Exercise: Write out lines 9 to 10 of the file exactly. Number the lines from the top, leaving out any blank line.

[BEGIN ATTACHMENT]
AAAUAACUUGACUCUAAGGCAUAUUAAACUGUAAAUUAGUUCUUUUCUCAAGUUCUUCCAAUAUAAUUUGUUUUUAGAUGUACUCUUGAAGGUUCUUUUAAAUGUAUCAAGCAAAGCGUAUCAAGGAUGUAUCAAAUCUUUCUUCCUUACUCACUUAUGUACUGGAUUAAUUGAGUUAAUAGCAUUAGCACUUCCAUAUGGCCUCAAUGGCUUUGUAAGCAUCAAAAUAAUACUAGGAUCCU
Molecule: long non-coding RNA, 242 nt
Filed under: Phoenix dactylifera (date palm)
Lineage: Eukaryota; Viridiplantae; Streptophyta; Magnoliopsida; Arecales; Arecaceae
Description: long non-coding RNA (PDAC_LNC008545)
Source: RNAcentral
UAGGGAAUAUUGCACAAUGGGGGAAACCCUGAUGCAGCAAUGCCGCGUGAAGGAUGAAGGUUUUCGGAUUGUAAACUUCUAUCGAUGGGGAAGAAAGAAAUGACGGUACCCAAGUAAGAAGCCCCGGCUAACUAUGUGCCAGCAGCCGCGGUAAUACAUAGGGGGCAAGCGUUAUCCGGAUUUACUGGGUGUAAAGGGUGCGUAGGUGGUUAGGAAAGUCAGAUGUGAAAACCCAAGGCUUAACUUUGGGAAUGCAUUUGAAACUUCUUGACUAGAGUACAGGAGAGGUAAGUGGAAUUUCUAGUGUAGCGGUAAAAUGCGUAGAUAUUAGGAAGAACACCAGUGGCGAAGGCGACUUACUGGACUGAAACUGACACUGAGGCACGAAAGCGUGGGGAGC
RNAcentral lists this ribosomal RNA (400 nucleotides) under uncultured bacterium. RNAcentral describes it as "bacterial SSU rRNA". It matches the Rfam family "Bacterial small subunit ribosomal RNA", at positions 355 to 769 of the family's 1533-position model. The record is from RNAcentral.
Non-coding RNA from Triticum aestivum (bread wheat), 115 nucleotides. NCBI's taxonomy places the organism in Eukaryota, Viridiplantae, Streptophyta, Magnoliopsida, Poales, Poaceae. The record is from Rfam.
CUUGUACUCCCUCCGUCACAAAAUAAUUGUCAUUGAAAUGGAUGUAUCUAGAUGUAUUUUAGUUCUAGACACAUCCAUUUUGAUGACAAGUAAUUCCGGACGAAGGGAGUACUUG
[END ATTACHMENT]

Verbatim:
Non-coding RNA from Triticum aestivum (bread wheat), 115 nucleotides. NCBI's taxonomy places the organism in Eukaryota, Viridiplantae, Streptophyta, Magnoliopsida, Poales, Poaceae. The record is from Rfam.
CUUGUACUCCCUCCGUCACAAAAUAAUUGUCAUUGAAAUGGAUGUAUCUAGAUGUAUUUUAGUUCUAGACACAUCCAUUUUGAUGACAAGUAAUUCCGGACGAAGGGAGUACUUG